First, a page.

NordVPN, one of the most popular VPN services, confirmed today that it experienced a data breach in 2018, which it only learned about itself a few months ago. The data breach's primary target was apparently NordVPN's hosting provider, with NordVPN customers being caught in the crosshairs.
NordVPN released a statement today confirming the data breach and also stating that its network is now secure against the leaked TLS keys.
According to NordVPN, one of its hosting providers had been using a remote management system without NordVPN's knowledge. Malicious parties were able to exploit this system and gain access to the hosting providers’ customer data, including encryption keys used by NordVPN’s servers.
NordVPN said its unnamed hosting provider launched the remote management system on January 31, 2018 and closed it by March 20, 2018, when the hosting provider discovered its tool had been compromised. However, NordVPN claimed that it wasn’t notified about the security issue at the time.
After learning about this incident only a few months ago, NordVPN fixed the issue and then double-checked that its network was no longer vulnerable to abuse of the leaked data. NordVPN also said that since then it has increased the security requirements it requests of its hosting providers.
NordVPN has also started the process of moving its server operations completely to RAM. This would keep users’ logs from being stored on a hosting providers’ disks. If the company would choose hosting providers that take advantage of AMD Epyc’s Secure Encrypted Virtualization or Intel’s yet-to-be-released Multi-Key Total Memory Encryption, it could also further protect users’ data being used in RAM.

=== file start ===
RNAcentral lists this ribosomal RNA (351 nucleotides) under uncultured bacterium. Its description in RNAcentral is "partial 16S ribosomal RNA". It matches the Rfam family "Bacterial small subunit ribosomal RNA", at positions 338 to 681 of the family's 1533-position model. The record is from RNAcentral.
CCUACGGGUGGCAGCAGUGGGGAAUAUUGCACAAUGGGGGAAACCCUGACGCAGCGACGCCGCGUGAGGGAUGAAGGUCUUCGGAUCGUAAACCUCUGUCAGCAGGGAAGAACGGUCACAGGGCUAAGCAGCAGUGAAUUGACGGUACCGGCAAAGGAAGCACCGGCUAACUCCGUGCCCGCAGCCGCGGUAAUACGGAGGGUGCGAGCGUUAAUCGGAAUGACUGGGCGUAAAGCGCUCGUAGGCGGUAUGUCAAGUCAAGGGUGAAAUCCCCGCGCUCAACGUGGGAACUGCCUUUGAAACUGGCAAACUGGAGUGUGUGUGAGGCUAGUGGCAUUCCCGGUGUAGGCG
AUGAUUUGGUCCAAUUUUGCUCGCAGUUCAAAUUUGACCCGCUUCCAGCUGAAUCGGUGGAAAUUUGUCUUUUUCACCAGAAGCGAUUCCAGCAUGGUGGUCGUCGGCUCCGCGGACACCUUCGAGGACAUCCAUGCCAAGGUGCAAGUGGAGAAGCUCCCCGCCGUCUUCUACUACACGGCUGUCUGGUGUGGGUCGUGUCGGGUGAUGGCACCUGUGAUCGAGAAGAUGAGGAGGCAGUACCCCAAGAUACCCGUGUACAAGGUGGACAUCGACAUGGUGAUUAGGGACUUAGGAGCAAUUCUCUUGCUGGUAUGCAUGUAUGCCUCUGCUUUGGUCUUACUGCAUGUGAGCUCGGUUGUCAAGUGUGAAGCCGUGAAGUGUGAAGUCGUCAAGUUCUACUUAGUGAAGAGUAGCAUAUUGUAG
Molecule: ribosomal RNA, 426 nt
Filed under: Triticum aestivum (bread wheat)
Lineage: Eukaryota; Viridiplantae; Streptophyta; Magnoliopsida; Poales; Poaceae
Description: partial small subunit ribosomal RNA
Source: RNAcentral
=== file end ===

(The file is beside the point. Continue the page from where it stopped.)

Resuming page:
The VPN company took partial blame for the breach for choosing an "unreliable" hosting provider and not doing more to ensure customer security. However, it also noted that only one out of its 3,000 servers should have been affected by this data breach.
NordVPN said it is working on a second no-logs audit of its infrastructure and preparing a bug bounty program. It also committed to launching an external third-party audit of its service next year.
NordVPN’s Compromised TLS Keys
Twitter user @hexdefined first revealed on Twitter yesterday that NordVPN’s expired TLS keys had been compromised. This would have potentially allowed malicious parties to run execute man-in-the-middle attacks against its customers using VPN servers that looked like they belonged to NordVPN.
NordVPN claims a “no-log” policy, meaning that the company doesn’t track, collect or share private data. However, this wouldn’t have had any impact on the customers who got lured into using the fake servers, as those malicious servers would be able to collect the users’ data at will.
The source for the initial rumor about the data breach was an anonymous 8chan user who linked to a Ghostbin page that seemingly contained encryption keys of NordVPN servers. Hexdefined was able to confirm that the keys worked to create a local NordVPN lookalike server.
TorGuard, a competing service that also seems to have had some its Certificate Authority (CA) keys leaked in the past few years, took the opportunity to point out that its customers’ data couldn’t have been impacted because it uses a secure public key infrastructure management. This means that its encryption keys are never stored on the VPN servers themselves, and, therefore, no one can decrypt its users’ VPN connections.